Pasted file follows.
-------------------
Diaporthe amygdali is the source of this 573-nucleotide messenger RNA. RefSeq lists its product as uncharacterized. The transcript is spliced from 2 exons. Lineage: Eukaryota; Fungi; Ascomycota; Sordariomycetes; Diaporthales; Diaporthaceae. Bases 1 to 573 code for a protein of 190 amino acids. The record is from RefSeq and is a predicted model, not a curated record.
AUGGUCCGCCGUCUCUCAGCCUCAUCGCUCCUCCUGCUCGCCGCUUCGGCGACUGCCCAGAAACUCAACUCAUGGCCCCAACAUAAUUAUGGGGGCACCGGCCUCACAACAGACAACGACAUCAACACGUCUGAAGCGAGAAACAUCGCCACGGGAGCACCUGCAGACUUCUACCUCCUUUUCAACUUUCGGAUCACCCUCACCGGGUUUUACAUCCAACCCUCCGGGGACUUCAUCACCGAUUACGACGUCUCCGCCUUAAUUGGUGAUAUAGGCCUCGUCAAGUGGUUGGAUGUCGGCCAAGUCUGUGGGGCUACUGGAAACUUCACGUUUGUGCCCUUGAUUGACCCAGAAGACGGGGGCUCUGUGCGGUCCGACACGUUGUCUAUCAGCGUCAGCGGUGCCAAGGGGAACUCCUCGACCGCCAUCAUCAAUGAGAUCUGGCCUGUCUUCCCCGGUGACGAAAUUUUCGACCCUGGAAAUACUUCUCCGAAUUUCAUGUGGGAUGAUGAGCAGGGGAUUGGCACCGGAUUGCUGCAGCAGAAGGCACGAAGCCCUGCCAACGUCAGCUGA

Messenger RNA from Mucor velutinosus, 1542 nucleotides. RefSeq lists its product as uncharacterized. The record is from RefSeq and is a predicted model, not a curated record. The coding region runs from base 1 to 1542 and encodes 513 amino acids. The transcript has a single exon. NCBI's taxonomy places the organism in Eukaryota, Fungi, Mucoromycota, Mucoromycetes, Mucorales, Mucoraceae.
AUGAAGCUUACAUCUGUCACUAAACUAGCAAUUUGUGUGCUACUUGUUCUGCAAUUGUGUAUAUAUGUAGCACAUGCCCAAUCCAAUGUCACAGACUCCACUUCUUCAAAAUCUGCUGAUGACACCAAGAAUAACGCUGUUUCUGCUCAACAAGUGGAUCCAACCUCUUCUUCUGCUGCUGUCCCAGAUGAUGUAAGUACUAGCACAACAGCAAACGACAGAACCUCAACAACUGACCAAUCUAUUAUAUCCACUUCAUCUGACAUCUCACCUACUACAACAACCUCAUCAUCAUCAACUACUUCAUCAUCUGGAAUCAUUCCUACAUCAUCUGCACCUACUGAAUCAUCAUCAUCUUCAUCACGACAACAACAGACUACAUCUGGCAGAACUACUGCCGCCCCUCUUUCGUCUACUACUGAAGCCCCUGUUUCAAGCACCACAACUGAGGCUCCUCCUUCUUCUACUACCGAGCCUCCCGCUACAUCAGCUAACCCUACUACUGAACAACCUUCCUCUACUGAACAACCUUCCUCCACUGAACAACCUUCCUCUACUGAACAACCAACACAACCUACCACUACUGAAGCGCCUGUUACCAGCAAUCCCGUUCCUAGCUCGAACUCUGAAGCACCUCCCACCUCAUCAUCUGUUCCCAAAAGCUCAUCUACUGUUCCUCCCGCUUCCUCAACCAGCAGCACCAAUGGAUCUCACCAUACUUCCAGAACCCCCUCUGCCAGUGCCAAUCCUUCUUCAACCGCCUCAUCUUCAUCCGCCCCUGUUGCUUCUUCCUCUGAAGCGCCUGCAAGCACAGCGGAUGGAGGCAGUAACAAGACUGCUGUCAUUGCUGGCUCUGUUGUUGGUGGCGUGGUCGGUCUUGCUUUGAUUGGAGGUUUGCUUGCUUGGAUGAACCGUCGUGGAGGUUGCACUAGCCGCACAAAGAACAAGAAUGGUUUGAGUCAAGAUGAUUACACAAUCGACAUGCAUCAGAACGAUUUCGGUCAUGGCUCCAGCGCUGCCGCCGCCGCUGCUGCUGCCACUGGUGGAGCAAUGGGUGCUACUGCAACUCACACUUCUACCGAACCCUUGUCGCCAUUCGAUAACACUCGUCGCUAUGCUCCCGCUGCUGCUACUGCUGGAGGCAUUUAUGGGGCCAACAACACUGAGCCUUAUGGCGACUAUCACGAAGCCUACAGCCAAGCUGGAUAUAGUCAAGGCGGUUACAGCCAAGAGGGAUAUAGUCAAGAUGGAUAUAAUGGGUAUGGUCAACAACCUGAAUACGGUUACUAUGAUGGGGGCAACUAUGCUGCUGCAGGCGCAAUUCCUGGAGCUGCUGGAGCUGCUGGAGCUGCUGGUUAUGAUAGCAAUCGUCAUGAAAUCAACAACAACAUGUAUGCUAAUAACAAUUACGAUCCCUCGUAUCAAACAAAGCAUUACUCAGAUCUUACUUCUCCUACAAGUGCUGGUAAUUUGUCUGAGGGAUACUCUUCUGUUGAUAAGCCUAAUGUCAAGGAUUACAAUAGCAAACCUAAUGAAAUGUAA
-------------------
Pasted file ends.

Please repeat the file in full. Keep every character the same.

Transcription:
Diaporthe amygdali is the source of this 573-nucleotide messenger RNA. RefSeq lists its product as uncharacterized. The transcript is spliced from 2 exons. Lineage: Eukaryota; Fungi; Ascomycota; Sordariomycetes; Diaporthales; Diaporthaceae. Bases 1 to 573 code for a protein of 190 amino acids. The record is from RefSeq and is a predicted model, not a curated record.
AUGGUCCGCCGUCUCUCAGCCUCAUCGCUCCUCCUGCUCGCCGCUUCGGCGACUGCCCAGAAACUCAACUCAUGGCCCCAACAUAAUUAUGGGGGCACCGGCCUCACAACAGACAACGACAUCAACACGUCUGAAGCGAGAAACAUCGCCACGGGAGCACCUGCAGACUUCUACCUCCUUUUCAACUUUCGGAUCACCCUCACCGGGUUUUACAUCCAACCCUCCGGGGACUUCAUCACCGAUUACGACGUCUCCGCCUUAAUUGGUGAUAUAGGCCUCGUCAAGUGGUUGGAUGUCGGCCAAGUCUGUGGGGCUACUGGAAACUUCACGUUUGUGCCCUUGAUUGACCCAGAAGACGGGGGCUCUGUGCGGUCCGACACGUUGUCUAUCAGCGUCAGCGGUGCCAAGGGGAACUCCUCGACCGCCAUCAUCAAUGAGAUCUGGCCUGUCUUCCCCGGUGACGAAAUUUUCGACCCUGGAAAUACUUCUCCGAAUUUCAUGUGGGAUGAUGAGCAGGGGAUUGGCACCGGAUUGCUGCAGCAGAAGGCACGAAGCCCUGCCAACGUCAGCUGA

Messenger RNA from Mucor velutinosus, 1542 nucleotides. RefSeq lists its product as uncharacterized. The record is from RefSeq and is a predicted model, not a curated record. The coding region runs from base 1 to 1542 and encodes 513 amino acids. The transcript has a single exon. NCBI's taxonomy places the organism in Eukaryota, Fungi, Mucoromycota, Mucoromycetes, Mucorales, Mucoraceae.
AUGAAGCUUACAUCUGUCACUAAACUAGCAAUUUGUGUGCUACUUGUUCUGCAAUUGUGUAUAUAUGUAGCACAUGCCCAAUCCAAUGUCACAGACUCCACUUCUUCAAAAUCUGCUGAUGACACCAAGAAUAACGCUGUUUCUGCUCAACAAGUGGAUCCAACCUCUUCUUCUGCUGCUGUCCCAGAUGAUGUAAGUACUAGCACAACAGCAAACGACAGAACCUCAACAACUGACCAAUCUAUUAUAUCCACUUCAUCUGACAUCUCACCUACUACAACAACCUCAUCAUCAUCAACUACUUCAUCAUCUGGAAUCAUUCCUACAUCAUCUGCACCUACUGAAUCAUCAUCAUCUUCAUCACGACAACAACAGACUACAUCUGGCAGAACUACUGCCGCCCCUCUUUCGUCUACUACUGAAGCCCCUGUUUCAAGCACCACAACUGAGGCUCCUCCUUCUUCUACUACCGAGCCUCCCGCUACAUCAGCUAACCCUACUACUGAACAACCUUCCUCUACUGAACAACCUUCCUCCACUGAACAACCUUCCUCUACUGAACAACCAACACAACCUACCACUACUGAAGCGCCUGUUACCAGCAAUCCCGUUCCUAGCUCGAACUCUGAAGCACCUCCCACCUCAUCAUCUGUUCCCAAAAGCUCAUCUACUGUUCCUCCCGCUUCCUCAACCAGCAGCACCAAUGGAUCUCACCAUACUUCCAGAACCCCCUCUGCCAGUGCCAAUCCUUCUUCAACCGCCUCAUCUUCAUCCGCCCCUGUUGCUUCUUCCUCUGAAGCGCCUGCAAGCACAGCGGAUGGAGGCAGUAACAAGACUGCUGUCAUUGCUGGCUCUGUUGUUGGUGGCGUGGUCGGUCUUGCUUUGAUUGGAGGUUUGCUUGCUUGGAUGAACCGUCGUGGAGGUUGCACUAGCCGCACAAAGAACAAGAAUGGUUUGAGUCAAGAUGAUUACACAAUCGACAUGCAUCAGAACGAUUUCGGUCAUGGCUCCAGCGCUGCCGCCGCCGCUGCUGCUGCCACUGGUGGAGCAAUGGGUGCUACUGCAACUCACACUUCUACCGAACCCUUGUCGCCAUUCGAUAACACUCGUCGCUAUGCUCCCGCUGCUGCUACUGCUGGAGGCAUUUAUGGGGCCAACAACACUGAGCCUUAUGGCGACUAUCACGAAGCCUACAGCCAAGCUGGAUAUAGUCAAGGCGGUUACAGCCAAGAGGGAUAUAGUCAAGAUGGAUAUAAUGGGUAUGGUCAACAACCUGAAUACGGUUACUAUGAUGGGGGCAACUAUGCUGCUGCAGGCGCAAUUCCUGGAGCUGCUGGAGCUGCUGGAGCUGCUGGUUAUGAUAGCAAUCGUCAUGAAAUCAACAACAACAUGUAUGCUAAUAACAAUUACGAUCCCUCGUAUCAAACAAAGCAUUACUCAGAUCUUACUUCUCCUACAAGUGCUGGUAAUUUGUCUGAGGGAUACUCUUCUGUUGAUAAGCCUAAUGUCAAGGAUUACAAUAGCAAACCUAAUGAAAUGUAA